Saturday, September 26, 2015

The Story of Books

During my trip to London in July, there were three books that I had wanted to get. They were Muse by Jonathan Galassi, Why Grow Up by Susan Neiman click and A Work in Progress  by Connor Franta.  When I entered the London Review Bookshop, I immediately spotted Muse and Why Grow Up  which were on display on top of  the table in front of the cashiers. On the last day of my stay in London, I bought Go Set a Watchman by Harper Lee click and I ended up reading it before reading the non-fiction by Susan Neiman. Muse has taken me longer time than it should to finish reading  as I had not been able to give my undivided attention to it. Muse is a roman à clef   by an author who had a career in the publishing industry. Jonathan Galassi is the president and publisher of Farrar, Strass and Giroux. The novel is set against the backdrop ‘when men were men, women were women and books were books, with glued or even sewn bindings, cloth or paper covers , with beautiful or not –so-beautiful jackets and a musty, dusty, wonderful smell; when books furnished many a room, and their contents, the magic words, their poetry and prose , were liquor , perfume, sex, and glory to their devotees. These loyal readers were never many but they were always engaged , always audible and visible, alive to the romance of reading. Perhaps they still exist underground somewhere, bidden fanatics of the cult of the printed word….’ The story ends with the changing landscape of the traditional book trade when the books become accessible on electronic devices .  In the story, there is Ida Perkins, a poet who is made to be larger than life. The protagonist is Paul Dukach the heir apparent at Purcell & Stern, one of the last independent publishing houses in New York. He learns the ins and outs of the book world from his boss, Homer Stern and also Sterling Wainwright, Homer’s biggest rival who happens to be cousin, lover and publisher of Ida.

Paul is the youngest son and the bookworm in the family. He has a football star father and  three older brothers‘ all obsessed if only moderately talented athletes vying for the largely withheld approval of their college football star father, now the local district court judge.’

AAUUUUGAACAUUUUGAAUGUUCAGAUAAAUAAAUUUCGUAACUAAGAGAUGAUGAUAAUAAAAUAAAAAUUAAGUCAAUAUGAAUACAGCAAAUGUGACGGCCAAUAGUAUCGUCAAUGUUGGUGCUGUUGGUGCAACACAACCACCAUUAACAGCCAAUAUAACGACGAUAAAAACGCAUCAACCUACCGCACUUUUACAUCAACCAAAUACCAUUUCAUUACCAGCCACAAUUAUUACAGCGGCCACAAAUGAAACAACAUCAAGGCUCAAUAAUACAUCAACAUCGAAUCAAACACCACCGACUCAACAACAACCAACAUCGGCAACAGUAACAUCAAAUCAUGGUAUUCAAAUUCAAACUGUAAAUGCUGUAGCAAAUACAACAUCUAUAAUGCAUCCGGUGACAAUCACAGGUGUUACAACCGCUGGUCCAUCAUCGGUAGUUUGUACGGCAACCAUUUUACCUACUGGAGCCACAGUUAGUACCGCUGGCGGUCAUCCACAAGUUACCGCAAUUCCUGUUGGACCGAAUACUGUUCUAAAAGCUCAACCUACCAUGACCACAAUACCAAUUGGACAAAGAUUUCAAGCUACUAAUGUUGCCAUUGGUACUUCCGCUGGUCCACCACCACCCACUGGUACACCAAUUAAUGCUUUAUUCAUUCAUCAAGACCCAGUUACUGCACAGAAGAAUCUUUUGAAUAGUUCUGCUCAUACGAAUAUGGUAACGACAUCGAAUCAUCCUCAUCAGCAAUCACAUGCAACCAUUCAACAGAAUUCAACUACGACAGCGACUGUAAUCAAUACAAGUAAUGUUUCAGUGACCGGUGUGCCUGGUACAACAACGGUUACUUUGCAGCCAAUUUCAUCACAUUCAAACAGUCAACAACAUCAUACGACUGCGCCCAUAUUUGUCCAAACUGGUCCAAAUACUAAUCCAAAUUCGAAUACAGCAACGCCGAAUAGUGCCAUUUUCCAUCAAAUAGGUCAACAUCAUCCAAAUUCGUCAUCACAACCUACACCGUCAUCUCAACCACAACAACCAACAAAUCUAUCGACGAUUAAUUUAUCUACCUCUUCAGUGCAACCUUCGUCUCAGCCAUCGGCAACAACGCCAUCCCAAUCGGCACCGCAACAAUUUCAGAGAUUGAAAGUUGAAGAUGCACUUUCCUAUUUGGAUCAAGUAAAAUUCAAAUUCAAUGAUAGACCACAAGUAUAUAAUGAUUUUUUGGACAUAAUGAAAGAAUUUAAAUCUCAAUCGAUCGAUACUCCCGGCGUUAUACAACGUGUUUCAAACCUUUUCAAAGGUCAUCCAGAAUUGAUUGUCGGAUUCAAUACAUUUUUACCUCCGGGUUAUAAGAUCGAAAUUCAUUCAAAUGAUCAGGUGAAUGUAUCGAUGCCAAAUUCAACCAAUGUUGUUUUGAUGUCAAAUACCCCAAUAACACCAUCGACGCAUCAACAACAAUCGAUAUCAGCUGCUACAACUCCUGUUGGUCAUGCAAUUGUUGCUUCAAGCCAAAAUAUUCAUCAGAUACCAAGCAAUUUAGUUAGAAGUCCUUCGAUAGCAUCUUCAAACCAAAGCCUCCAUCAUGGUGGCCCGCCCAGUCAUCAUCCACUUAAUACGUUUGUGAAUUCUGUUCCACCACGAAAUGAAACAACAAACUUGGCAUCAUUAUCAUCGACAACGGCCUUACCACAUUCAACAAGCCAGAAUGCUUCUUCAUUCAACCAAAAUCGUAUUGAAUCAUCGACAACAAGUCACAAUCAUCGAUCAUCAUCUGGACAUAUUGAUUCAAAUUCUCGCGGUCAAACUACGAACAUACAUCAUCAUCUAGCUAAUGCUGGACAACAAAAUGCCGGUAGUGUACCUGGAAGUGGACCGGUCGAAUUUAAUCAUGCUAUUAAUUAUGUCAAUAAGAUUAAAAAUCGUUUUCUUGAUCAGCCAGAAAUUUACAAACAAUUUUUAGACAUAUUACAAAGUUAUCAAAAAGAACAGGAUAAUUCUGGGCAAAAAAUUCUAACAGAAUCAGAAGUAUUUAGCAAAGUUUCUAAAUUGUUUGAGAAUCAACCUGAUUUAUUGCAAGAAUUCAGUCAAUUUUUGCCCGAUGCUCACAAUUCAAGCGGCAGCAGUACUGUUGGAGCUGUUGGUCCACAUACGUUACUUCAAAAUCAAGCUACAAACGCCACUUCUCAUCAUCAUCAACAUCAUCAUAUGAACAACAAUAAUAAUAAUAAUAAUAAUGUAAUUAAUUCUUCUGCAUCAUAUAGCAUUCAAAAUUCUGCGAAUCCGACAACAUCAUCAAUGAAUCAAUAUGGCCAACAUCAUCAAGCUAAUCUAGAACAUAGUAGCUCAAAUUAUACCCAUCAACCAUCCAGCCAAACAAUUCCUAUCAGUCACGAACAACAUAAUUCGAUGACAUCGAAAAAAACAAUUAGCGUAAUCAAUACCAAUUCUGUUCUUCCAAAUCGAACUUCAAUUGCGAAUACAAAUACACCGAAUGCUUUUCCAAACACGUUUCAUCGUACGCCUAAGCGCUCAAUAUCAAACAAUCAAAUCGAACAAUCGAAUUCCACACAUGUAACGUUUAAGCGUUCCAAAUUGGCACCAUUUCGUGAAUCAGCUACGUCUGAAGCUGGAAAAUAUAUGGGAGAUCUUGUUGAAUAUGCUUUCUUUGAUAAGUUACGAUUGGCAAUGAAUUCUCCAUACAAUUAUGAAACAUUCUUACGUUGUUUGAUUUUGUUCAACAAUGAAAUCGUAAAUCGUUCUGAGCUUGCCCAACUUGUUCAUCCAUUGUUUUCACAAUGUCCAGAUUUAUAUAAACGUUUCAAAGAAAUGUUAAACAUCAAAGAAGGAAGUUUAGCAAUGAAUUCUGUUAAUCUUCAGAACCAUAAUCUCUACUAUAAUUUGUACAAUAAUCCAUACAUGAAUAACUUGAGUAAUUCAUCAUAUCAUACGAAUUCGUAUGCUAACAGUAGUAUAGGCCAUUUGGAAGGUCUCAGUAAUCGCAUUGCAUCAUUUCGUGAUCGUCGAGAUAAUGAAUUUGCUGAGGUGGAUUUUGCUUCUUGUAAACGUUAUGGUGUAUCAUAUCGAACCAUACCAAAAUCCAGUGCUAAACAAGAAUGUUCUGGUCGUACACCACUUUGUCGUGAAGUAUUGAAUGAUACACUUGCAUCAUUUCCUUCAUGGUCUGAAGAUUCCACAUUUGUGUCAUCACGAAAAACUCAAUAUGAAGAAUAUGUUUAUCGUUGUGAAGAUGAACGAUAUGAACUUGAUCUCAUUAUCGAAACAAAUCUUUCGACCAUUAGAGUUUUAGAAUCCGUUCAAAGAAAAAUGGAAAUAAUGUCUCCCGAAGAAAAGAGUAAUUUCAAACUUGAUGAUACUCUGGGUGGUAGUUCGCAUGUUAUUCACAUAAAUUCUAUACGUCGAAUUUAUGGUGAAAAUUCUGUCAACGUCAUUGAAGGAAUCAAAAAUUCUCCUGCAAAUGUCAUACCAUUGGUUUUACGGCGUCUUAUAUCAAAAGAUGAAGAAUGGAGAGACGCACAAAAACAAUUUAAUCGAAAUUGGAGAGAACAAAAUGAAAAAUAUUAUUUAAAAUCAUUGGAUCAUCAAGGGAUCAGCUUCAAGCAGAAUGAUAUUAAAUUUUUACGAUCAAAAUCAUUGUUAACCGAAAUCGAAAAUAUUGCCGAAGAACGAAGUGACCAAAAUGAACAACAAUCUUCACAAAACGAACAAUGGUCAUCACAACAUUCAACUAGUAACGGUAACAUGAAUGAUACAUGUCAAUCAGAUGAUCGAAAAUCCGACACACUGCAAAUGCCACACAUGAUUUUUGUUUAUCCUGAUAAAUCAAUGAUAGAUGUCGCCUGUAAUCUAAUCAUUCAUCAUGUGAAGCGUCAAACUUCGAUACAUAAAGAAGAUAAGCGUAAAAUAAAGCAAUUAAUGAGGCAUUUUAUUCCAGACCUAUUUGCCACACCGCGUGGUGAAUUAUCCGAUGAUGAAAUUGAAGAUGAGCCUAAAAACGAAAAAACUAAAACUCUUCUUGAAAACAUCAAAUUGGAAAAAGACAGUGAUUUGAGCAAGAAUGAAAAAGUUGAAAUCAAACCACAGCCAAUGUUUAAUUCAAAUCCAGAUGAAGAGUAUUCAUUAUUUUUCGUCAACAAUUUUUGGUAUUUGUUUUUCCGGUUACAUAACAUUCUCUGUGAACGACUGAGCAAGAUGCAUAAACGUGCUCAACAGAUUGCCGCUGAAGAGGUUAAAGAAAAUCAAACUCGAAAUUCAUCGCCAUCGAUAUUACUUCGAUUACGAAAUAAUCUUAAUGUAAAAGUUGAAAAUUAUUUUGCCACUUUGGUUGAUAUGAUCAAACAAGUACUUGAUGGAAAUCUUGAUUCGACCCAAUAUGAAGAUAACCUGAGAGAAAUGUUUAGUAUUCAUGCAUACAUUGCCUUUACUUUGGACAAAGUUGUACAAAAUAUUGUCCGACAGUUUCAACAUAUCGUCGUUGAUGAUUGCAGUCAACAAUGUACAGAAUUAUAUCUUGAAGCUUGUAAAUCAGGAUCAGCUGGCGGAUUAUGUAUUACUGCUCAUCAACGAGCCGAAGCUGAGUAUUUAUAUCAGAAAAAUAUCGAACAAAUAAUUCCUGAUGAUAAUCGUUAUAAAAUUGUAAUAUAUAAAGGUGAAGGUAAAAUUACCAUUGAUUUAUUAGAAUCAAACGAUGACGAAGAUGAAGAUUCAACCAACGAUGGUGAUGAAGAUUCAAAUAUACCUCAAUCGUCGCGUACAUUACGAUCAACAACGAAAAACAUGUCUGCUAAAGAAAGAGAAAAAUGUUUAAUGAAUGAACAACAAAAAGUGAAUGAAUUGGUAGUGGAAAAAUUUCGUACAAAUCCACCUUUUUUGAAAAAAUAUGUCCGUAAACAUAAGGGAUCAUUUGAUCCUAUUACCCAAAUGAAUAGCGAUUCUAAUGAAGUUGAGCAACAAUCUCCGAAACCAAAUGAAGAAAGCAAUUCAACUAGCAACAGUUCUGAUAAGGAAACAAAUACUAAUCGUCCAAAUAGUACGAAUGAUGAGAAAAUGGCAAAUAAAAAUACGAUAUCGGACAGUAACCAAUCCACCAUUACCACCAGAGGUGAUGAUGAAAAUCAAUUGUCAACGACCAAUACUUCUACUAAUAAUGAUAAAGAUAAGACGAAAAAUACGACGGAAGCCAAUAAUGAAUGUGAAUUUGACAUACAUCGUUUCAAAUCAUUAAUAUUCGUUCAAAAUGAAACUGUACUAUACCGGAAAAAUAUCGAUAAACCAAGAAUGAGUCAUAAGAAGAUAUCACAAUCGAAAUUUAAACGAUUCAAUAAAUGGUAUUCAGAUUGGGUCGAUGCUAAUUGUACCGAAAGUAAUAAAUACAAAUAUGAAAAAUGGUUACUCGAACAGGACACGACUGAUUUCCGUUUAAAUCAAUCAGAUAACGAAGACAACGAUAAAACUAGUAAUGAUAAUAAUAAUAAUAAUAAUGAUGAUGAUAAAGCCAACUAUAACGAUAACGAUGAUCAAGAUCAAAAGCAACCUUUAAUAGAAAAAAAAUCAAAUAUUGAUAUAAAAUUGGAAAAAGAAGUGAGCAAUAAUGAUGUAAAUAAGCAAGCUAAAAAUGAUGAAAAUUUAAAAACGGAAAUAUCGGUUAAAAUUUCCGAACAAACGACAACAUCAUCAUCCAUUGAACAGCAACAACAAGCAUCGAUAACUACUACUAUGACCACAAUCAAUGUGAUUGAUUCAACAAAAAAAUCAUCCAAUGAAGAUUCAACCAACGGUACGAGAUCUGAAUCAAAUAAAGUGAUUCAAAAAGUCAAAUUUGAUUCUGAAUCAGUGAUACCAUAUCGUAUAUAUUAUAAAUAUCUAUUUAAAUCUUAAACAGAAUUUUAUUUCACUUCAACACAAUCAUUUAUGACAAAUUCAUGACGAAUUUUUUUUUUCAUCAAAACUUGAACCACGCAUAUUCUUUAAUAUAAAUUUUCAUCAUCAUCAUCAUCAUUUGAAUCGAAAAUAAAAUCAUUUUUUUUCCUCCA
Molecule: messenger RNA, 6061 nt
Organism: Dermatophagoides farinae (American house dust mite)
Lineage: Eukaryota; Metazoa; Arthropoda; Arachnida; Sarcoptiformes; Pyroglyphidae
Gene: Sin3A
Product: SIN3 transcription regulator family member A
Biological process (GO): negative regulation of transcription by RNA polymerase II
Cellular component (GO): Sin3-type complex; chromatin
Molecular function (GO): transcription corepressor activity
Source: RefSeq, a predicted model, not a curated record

As an introverted teenager desperate to escape from the rah-rah bell jar of Team Dukach, Paul had had one saving grace : Pages, the rambling, heavily stocked bookstore housed in an old brick office building on Hattersville’s run-down town square where he worked afternoons and Saturdays all through high school.  Morgan Dickerman, Pages’ owner, was  a woman of kindess and discernment, statuesque if not conventionally pretty, with prematurely graying hair; a long , elegant neck; and an assured stylishness that stood out in Hattersville , which still felt stuck in the Eisenhower era.’

Morgan is the bookseller  who first introduces  Ida Perkin’s poetry to Paul and since then Paul has read every single one of Ida’s work and eventually he meets the elusive poet who entrusts  him with the manuscript that  changes all of their lives forever.

Galassi writes,

Morgan was an extremely canny bookseller who’d outsmarted the chains by making Pages the heart and soul of the community in and around Hattersville. She had local and visiting authors give readings weekly; she had children’s hours on Saturdays; she was the den mother to a hundred book groups; she supplied books for events at Hattersville State and Embryon, the local private college. Besides , she was Morgan Dickerman, and people naturally gravitated to her the way Paul had (he wasn’t self-deluding enough to believe he was her only protégé , though he liked to flatter himself that he was still Number One.) So Pages was still doing all right. But some of Morgan’s perhaps less talented or less energetic colleagues were not faring nearly as well. The chain store across the square had gone out of business, too, which , paradoxically, hadn’t helped matters at Pages.’ 

Pages sounds like a delightful bookstore  to be spending Saturday afternoons . When I read Muse, I think of jazz, books and Venice.

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